Identifying trends – specialised HR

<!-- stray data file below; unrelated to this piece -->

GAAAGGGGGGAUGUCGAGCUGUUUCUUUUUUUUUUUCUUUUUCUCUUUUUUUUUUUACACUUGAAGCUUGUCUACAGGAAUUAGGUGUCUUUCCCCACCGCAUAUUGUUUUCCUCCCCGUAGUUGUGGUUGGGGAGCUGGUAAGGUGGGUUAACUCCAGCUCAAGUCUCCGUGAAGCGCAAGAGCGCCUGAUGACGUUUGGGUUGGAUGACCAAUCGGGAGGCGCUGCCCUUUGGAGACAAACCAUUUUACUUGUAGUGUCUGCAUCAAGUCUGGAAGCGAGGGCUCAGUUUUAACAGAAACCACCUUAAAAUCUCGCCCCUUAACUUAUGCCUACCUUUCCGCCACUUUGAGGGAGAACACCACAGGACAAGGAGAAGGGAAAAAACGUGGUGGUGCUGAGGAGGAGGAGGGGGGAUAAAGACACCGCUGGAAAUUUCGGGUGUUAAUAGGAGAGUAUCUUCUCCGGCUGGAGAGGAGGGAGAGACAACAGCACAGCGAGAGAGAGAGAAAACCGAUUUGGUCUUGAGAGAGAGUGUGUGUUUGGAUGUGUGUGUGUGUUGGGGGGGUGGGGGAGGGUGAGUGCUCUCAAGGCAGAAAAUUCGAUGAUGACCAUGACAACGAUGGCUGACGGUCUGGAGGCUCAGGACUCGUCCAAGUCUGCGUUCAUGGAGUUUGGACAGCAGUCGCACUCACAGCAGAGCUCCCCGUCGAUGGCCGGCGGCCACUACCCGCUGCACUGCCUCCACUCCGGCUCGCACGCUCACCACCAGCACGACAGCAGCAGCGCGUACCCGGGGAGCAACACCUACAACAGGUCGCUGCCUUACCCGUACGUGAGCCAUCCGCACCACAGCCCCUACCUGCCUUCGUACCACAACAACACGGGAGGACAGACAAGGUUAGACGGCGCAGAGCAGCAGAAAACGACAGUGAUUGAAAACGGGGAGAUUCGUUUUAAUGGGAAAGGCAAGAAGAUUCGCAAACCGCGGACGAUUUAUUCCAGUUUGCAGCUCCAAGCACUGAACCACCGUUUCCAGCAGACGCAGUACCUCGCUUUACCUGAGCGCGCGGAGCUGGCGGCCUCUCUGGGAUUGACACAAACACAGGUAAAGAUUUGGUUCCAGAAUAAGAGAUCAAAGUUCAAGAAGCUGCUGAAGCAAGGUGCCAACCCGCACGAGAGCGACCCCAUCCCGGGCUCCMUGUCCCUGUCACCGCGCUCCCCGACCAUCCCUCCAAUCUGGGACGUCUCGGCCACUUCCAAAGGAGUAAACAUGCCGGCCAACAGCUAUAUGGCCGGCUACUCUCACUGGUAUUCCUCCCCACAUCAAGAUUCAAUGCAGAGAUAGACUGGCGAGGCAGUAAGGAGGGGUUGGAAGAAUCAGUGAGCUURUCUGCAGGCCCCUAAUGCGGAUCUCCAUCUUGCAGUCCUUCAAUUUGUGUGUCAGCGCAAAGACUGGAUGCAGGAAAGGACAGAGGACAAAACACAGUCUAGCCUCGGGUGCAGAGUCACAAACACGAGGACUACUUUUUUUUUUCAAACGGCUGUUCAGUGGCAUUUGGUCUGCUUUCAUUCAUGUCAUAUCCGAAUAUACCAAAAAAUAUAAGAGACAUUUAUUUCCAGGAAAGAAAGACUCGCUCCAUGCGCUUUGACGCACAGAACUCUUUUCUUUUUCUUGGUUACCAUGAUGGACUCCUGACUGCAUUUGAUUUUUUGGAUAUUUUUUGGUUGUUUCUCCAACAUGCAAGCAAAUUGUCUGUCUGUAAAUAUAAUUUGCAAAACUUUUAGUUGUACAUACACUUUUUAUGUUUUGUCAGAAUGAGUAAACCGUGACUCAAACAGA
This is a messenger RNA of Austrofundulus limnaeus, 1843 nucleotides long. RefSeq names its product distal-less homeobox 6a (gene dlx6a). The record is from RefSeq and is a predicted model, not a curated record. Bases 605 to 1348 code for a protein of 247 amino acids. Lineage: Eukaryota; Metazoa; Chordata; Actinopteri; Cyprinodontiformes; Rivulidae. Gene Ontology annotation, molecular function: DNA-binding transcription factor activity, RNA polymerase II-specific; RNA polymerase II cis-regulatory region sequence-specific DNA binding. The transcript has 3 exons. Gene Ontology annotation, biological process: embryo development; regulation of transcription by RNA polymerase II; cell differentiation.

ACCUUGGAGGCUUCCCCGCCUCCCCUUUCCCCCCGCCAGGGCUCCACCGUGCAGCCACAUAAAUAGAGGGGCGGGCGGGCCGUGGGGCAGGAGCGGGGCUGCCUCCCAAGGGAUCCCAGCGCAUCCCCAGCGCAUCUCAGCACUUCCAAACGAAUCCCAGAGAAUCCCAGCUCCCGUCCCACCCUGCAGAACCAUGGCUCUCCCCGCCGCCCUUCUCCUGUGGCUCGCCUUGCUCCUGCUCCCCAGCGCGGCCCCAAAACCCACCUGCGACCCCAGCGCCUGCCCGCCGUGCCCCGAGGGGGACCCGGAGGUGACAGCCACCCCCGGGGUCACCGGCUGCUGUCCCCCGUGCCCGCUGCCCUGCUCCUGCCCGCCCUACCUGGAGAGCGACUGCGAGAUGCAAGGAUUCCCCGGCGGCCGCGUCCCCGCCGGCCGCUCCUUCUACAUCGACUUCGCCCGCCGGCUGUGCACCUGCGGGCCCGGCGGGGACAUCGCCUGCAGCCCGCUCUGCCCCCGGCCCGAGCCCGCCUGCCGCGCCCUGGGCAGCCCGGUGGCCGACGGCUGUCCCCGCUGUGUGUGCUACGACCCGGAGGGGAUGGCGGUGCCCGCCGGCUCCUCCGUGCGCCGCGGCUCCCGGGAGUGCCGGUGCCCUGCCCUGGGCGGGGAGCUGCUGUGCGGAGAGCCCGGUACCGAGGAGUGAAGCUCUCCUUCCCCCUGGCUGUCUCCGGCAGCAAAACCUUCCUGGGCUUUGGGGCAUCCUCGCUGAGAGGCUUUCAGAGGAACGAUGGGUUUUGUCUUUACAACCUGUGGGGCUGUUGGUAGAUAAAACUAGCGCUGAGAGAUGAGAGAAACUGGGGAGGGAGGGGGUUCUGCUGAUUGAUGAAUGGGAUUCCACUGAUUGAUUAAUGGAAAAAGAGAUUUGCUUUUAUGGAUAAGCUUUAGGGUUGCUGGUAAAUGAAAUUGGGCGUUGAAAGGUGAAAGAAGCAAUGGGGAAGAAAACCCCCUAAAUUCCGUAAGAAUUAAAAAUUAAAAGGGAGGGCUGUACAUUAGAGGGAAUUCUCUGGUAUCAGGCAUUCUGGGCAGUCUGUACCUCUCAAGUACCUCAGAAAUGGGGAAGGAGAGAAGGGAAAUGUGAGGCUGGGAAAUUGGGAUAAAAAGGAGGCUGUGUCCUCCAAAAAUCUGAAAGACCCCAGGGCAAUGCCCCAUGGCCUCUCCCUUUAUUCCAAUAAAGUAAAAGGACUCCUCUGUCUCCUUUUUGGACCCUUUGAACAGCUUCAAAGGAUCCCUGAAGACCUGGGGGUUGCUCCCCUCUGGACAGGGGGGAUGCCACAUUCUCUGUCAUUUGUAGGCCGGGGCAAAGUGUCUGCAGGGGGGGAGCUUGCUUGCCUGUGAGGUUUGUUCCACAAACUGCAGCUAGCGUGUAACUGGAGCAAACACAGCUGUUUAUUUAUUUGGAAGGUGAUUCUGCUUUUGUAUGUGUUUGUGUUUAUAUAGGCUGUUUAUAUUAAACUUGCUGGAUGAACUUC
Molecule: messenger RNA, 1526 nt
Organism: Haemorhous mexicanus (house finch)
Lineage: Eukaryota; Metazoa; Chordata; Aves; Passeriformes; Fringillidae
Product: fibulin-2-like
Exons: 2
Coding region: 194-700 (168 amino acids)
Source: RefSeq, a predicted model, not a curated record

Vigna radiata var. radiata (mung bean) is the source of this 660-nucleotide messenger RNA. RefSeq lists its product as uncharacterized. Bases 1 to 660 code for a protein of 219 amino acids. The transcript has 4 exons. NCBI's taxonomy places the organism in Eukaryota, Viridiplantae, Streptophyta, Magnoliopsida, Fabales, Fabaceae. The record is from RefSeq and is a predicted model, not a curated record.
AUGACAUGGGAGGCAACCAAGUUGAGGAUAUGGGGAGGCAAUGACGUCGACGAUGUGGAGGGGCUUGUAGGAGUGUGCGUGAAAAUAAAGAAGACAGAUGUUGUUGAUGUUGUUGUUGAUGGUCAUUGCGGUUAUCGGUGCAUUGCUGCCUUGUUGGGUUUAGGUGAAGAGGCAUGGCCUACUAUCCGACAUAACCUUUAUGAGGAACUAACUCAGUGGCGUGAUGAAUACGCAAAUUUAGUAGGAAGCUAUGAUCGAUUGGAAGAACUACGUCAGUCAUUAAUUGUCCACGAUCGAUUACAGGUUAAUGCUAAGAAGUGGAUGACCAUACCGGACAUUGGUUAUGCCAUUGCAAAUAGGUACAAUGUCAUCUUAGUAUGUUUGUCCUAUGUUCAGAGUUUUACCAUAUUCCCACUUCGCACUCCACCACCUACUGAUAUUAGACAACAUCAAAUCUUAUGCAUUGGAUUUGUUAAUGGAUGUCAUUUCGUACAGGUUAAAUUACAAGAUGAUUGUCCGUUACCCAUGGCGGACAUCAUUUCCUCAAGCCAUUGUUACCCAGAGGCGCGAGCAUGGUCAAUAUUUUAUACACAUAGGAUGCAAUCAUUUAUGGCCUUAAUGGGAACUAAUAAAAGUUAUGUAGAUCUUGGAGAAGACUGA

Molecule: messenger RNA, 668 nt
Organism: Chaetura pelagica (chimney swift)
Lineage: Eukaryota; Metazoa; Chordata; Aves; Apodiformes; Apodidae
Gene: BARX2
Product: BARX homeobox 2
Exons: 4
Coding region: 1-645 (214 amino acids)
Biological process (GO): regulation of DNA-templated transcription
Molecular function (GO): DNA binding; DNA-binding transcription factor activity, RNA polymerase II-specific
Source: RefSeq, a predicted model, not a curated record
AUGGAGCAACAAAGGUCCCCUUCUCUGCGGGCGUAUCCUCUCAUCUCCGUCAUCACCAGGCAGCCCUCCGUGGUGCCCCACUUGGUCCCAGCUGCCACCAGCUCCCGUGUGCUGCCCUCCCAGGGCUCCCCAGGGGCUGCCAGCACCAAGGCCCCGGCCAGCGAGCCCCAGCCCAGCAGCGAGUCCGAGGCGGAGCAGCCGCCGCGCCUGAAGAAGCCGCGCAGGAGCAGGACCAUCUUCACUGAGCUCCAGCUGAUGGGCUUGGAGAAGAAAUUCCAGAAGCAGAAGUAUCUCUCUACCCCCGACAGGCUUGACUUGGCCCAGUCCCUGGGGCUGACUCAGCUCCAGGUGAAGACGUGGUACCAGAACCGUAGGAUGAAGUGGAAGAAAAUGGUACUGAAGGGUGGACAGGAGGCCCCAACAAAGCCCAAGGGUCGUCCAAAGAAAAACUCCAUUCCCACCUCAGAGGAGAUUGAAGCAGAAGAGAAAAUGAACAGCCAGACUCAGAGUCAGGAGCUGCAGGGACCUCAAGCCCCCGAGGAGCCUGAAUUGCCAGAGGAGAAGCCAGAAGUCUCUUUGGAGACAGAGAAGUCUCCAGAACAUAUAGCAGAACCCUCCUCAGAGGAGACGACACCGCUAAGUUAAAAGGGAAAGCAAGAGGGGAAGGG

first_img Previous Article Next Article Comments are closed. Identifying trends – specialised HROn 4 Dec 2001 in Personnel Today Related posts:No related photos. HR is becoming more specialised and the outsourcing of some aspects of theHR function is increasingly common among organisations. Research in the latest edition of Analysis of Personnel Activities and Costs(APAC) highlights some serious trends that are having a growing impact on thewhole nature of HR in better performing organisations. First, there is a move to quality through increasing professionalism andspecialist provision of HR services. Second, associated with this trend,outsourcing of HR in whole or part has, whether rightly or wrongly, capturedthe imagination of successful boards of directors. The first trend identified can carry substantial benefits for the astuteboard. The APAC database includes an example from a 600-strong organisationthat two years ago employed one HR manager, two personnel/training officers andfour clerical/administrative support staff at a headline cost (in base salaryterms) of £160,000. Latest data indicates that at a cost of £120,000 there are now threespecialists; training, recruitment, remuneration and one administrator. Thisreduction in HR numbers has coincided with an almost 20 per cent surge inprofitability. Assessing the HR input requirements of the organisation is central todeciding the nature, balance and intensity of service that is appropriate. Linemanagers can always provide the necessary insight into what is needed tosupport the business most effectively. An HR service and effectiveness audit is central to discovering these needs.It should be noted that such an audit emphasises the need for professionalismand underpinning legal requirements. Outcomes vary from, “We can do all that is needed ourselves” and,”We don’t have time to do any of this and need high quality, accessible HRinput” to, “We have no faith in the effectiveness of our internal HRservices and would like to buy in the necessary support.” Clearly the statistics indicate that professionalism and quality – whetherinternally or externally provided – are winning through. Benchmarking studiesshow, however, that fewer than 50 per cent of organisations are activelymeasuring their performance and effectiveness in HR delivery. All the indications are that, with increasing frequency, under-performing HRfunctions are having change forced upon them. By Derek Burn, Partner, MCG Consulting Grouplast_img